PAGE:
The New York Times has just published an article looking at how to teach students about Austen in the modern era. They asked for teachers to comment on how they teach Austen to their own classes, but they also published a great list of their own suggestions.
Study the word choices
“Have students read ‘The Word Choices That Explain Why Jane Austen Endures,’ and study the graphic (featured below). Then, invite them to take whatever Austen novel they are reading, choose a passage, and highlight words and phrases that illustrate the findings, just as the author does in the piece with lines from “Emma” and “Persuasion.”
How do “these distinctive words, word clusters and grammatical constructions highlight her writerly preoccupations: states of mind and feeling, her characters’ unceasing efforts to understand themselves and other people”? How do they show her “acute emotional intelligence”?”
Ask the students to draw parallels
What connections can students make between any of the Austen novels and their own lives?
What are the rules, written and unwritten, that govern courtship, love and marriage in Jane Austen?
What are the rules, written and unwritten, that govern courtship, love and marriage today?
Study the adaptations
Always a popular option. Have students choose an Austen update to compare and contrast with the original, and write essays in which they decide how well it has recast the original’s ideas, characters, themes, plot, setting, tone and language. Or, invite them to create their own adaptations.
There are far more suggestions in the article on how to teach Austen than we have space to list here, but if you’d like to read them all you can find the full article here. Or you might prefer to try their other idea…
The New Jane Austen Portrait using source material and forensic methods Introduction: Forensic Artist Melissa Dring In 2001, Melissa Dring* was commissioned by David Baldock, the Director of the Jane Austen Centre, Bath, to produce a new portrait of the author, as she might have appeared during her time in Bath, 1801-06. Combining the insights of the professional portrait painter with those of the police forensic artist, Melissa was uniquely qualified to accept this challenge. David Baldock had heard of her work on a speculative likeness of the Venetian composer Antonio Vivaldi. A film producer, wanting a likeness to use as a casting aid for a proposed film biography of the composer, and feeling it was a job for a forensic artist, had approached Scotland Yard, who recommended Melissa. The difficulty with both commissions was their shared lack of reliable contemporary portraiture, although a wealth of written eye-witness accounts survive in both cases. Melissa Takes up the story… My new speculative likeness of Jane Austen fills the gap left by the paucity of authenticated representations of the author. As I hope it will come to be accepted as a good portrait of her, despite being made 185 years after her death, I will describe the research and working methods I used, so that it can be seen how it is based almost entirely on solid fact, and how little guesswork was needed. There is a tiny pencil and watercolour sketch of her, in the National Portrait Gallery in London, by (more…)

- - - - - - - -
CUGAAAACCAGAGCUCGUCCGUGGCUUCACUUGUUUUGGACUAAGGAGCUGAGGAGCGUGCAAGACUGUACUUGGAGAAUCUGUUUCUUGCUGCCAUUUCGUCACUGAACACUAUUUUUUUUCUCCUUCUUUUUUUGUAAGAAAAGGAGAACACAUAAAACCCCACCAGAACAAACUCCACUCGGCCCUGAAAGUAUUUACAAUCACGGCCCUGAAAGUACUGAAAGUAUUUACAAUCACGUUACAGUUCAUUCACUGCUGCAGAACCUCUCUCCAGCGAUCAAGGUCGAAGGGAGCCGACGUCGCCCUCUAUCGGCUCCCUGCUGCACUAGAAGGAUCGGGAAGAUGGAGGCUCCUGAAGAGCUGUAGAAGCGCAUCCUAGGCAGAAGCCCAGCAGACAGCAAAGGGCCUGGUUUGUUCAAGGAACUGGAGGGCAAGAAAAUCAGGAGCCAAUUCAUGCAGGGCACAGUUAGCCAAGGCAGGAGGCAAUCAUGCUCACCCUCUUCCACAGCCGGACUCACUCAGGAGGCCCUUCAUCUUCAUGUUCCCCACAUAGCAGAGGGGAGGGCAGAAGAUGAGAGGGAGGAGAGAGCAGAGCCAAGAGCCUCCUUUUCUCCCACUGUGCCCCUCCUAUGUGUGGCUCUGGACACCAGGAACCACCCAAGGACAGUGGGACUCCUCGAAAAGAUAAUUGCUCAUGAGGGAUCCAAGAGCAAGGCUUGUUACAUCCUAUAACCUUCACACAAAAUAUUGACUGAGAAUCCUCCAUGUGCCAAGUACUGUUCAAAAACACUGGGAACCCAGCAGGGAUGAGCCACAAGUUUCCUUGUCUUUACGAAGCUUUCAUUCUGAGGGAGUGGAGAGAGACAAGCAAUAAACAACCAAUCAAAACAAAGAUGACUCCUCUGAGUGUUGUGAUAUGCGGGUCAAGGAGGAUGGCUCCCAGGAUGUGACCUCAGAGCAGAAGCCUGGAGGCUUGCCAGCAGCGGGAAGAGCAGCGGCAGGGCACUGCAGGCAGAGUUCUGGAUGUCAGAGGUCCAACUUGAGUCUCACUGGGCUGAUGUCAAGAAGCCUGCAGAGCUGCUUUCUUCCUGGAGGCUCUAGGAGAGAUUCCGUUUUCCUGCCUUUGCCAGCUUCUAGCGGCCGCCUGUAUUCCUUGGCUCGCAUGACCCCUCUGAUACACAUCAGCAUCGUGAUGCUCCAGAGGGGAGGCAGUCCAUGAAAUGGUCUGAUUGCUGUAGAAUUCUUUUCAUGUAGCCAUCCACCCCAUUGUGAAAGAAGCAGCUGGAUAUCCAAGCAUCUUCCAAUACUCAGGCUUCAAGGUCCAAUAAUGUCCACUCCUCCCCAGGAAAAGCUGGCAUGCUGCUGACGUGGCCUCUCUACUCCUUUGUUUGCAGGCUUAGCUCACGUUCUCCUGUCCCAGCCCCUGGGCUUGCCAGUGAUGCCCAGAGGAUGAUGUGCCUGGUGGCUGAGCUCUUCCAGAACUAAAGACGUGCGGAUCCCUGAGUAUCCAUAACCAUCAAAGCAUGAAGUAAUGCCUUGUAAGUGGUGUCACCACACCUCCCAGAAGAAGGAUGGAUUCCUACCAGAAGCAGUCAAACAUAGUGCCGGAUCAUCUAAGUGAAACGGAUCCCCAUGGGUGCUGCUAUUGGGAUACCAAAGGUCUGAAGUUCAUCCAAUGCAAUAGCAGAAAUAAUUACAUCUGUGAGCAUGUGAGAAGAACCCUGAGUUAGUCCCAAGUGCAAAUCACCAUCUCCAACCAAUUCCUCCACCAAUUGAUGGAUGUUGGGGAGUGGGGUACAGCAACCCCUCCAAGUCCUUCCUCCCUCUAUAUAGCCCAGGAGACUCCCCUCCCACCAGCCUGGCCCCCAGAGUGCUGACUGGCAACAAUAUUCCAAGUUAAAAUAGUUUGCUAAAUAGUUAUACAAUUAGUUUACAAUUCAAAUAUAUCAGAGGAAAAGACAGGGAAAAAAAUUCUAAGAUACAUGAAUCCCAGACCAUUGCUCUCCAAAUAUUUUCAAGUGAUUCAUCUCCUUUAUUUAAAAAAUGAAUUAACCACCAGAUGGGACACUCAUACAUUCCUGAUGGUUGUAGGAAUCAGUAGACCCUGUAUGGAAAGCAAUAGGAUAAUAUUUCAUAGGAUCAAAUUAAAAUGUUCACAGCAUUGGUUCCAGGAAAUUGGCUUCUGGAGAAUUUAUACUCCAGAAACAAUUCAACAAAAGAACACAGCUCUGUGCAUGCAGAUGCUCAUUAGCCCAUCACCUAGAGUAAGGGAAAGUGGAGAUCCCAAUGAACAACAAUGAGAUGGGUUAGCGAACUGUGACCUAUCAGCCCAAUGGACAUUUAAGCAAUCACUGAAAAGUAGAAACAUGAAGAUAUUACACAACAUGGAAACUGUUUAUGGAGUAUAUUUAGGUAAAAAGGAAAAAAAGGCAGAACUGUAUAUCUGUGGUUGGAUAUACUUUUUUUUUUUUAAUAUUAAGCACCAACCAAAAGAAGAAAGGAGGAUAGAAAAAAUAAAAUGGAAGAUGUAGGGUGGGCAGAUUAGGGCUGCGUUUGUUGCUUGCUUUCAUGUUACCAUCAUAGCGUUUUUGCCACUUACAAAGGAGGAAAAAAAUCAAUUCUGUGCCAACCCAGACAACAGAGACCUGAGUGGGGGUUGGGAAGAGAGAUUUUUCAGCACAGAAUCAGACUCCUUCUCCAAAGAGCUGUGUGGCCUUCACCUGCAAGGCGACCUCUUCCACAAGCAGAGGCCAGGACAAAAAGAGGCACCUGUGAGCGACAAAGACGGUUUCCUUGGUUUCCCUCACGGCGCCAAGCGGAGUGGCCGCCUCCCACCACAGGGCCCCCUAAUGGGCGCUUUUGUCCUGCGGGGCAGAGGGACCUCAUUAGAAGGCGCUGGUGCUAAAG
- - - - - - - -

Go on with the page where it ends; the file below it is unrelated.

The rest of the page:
The Independent Bath Literature Festival is just around the corner, with the first events due to start on Friday 26th February 2016. The 10-day celebration of the written word has a packed program catering for an impressive variety of literary tastes. Among their headline shows is the ‘Literary Death Match’, hosted at The Abbey Hotel‘s Igloo venue. The contest will see four authors compete in a 7-minute ‘write-off’ with hints at a humorous finale. As well as hosting events, The Abbey Hotel are sponsoring the festival and are welcoming visitors into their Art Bar and Allium Restaurant where they can save 10% on food and drinks by showing a ticket or wristband. Their quality offerings include a special literary-themed cocktail list that includes a cocktail named in honour of The Jane Austen Centre – The Northangover Abbey! For those not in the know, it is widely believed that Northanger Abbey is in fact based on real-life happenings in Bath (that’s our Abbey !). It’s therefore very fitting that The Abbey hotel would choose this particular novel as their cocktail’s namesake. We haven’t yet been told what’s in the cocktail yet but we hope to reveal the recipe after the festival concludes. If you’d like to try one for yourself, the Northangover Abbey cocktail plus five other marvels of mixology will be on sale from Friday 26th February until Sunday March 2nd 2016. The Abbey Hotel Bath Literary Festival Cocktail List No Country For Old Fashioned Men Lime & Punishment Northangover Abbey Tequila Mockingbird Bloody Mary Poppins The Prime Of Miss Gin Brodie (more…)